The Brazil Nut Effect

    Kids, why is it that the largest nuts in a can of mixed nuts always seem to be on the top when you open the can?   The “Brazil nut effect” is a phenomenon in which the largest particles end up on the surface when a granular material containing a mixture of objects of different sizes is shaken. In a typical container of mixed nuts, the largest will be Brazil nuts. 

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    The phenomenon is also known as the muesli effect since it is seen in breakfast cereal that has pieces of different sizes but similar density, such as muesli mix. It seems counter-intuitive that the largest and (presumably) heaviest particles rise to the top, but there are several possible explanations:

    • Smaller particles can fall into the spaces underneath a larger particle after each shake. Over time, the larger particle rises in the mixture. In other words: The center of mass of the whole system in a random state is not optimized; it has the tendency to be higher due to gravity. When a can of mixed nuts is shaken, gravity will make sure the center of mass of the system moves down and this can only be done by moving the Brazil nuts up. Gravity will also make sure they stay up.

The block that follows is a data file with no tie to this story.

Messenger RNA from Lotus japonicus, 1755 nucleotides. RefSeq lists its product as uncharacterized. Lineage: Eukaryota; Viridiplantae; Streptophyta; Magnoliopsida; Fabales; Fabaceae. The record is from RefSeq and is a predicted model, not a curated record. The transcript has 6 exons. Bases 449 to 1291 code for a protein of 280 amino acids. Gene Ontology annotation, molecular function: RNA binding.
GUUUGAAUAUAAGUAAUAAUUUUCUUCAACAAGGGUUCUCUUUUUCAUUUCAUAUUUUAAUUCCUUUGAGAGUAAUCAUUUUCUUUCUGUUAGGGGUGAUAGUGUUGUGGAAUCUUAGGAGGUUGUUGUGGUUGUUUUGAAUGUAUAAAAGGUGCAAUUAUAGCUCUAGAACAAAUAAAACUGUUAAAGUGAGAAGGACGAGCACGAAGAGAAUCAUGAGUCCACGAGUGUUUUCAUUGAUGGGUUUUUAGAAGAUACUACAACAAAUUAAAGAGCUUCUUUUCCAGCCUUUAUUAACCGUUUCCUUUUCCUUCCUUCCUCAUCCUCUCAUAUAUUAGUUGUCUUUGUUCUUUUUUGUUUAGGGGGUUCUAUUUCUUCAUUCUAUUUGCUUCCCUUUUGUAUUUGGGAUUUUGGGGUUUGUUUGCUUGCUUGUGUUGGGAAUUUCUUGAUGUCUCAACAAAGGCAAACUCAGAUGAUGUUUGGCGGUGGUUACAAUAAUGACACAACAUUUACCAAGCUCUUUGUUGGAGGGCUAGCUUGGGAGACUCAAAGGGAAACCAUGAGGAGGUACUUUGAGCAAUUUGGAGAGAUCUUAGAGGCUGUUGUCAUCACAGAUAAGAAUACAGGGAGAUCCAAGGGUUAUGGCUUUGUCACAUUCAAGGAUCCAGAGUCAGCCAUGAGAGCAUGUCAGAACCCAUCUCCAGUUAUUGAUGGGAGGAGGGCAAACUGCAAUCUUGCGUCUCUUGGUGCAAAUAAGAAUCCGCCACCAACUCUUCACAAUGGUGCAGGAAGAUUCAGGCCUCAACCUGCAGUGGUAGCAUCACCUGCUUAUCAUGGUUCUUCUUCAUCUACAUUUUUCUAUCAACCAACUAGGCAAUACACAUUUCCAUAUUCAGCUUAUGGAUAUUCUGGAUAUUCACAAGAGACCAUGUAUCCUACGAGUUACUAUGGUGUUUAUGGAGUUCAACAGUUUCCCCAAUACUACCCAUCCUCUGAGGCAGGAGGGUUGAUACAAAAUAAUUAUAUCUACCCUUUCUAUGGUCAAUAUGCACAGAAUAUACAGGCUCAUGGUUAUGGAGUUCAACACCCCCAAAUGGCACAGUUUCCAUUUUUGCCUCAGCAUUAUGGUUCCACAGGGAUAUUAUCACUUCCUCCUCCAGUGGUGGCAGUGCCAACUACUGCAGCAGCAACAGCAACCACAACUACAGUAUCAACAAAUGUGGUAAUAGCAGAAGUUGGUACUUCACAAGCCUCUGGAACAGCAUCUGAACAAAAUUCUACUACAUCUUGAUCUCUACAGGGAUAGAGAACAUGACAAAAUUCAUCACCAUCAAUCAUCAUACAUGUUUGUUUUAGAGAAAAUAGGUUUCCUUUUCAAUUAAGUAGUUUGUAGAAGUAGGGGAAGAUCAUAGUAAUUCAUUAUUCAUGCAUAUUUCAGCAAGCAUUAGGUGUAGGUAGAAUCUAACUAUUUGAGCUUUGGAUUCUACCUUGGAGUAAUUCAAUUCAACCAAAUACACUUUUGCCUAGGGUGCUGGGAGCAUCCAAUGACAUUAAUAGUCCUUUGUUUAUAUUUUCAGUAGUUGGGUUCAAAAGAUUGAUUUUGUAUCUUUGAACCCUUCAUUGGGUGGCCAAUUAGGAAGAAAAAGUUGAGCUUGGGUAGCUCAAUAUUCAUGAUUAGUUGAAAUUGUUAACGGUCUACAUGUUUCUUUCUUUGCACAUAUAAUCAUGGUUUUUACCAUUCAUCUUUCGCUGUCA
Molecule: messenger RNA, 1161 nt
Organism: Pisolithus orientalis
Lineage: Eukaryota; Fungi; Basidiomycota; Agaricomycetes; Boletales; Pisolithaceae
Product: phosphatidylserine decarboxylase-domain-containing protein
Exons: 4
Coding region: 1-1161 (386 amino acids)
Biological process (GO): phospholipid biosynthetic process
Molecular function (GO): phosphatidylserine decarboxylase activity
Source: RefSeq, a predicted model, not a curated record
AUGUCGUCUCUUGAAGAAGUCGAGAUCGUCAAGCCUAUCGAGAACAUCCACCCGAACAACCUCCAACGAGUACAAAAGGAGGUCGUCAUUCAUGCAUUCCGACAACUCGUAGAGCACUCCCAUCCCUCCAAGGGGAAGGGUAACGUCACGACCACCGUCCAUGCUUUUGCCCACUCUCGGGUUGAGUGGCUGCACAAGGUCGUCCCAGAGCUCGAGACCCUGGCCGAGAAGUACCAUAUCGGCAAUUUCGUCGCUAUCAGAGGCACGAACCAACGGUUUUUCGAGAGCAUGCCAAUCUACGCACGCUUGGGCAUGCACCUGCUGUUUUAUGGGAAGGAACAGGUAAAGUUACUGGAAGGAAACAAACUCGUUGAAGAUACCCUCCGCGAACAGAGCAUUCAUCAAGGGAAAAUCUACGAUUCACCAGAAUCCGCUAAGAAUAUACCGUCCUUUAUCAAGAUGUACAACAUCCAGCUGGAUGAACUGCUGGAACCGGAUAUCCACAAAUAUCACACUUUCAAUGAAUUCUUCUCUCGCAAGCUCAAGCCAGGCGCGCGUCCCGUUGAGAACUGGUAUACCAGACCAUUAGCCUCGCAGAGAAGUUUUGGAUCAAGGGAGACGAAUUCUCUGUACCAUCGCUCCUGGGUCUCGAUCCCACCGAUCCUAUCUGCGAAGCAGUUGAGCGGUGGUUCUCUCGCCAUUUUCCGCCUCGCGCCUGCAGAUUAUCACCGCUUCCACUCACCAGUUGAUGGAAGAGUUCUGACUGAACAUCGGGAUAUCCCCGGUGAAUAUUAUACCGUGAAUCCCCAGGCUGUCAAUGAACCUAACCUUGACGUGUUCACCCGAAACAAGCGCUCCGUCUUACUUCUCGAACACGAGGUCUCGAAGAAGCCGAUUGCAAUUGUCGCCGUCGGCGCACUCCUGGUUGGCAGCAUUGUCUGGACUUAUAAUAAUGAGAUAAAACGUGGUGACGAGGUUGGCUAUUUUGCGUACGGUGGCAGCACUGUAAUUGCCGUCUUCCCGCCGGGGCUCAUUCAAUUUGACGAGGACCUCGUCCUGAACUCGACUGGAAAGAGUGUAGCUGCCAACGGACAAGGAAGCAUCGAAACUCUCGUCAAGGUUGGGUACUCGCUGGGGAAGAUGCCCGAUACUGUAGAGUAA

• When shaken, the particles move in vibration-induced convection flow: individual particles move up through the middle, across the surface, and down the sides. If a large particle is involved, it will be moved up to the top by convection flow. Once at the top, the large particle will stay there because the convection currents are too narrow to sweep it down along the wall.
    • Including the effects of air in spaces between particles, larger particles may become buoyant and rise.

    This effect is of serious interest for some manufacturing operations; once a heterogeneous mixture of different sizes of granular materials is made, it is usually undesirable for them to segregate. Several factors determine the degree of the Brazil nut effect, including the sizes and densities of the particles, the pressure of any gas between the particles, and the shape of the container. A rectangular box (such as a box of breakfast cereal) or cylinder (such as a can of nuts) works well to counter the effect, while a cone-shaped container results in what is known as the reverse Brazil nut effect.


    Kathleen Carrado Gregar, PhD, Argonne National Labs
    May 2010



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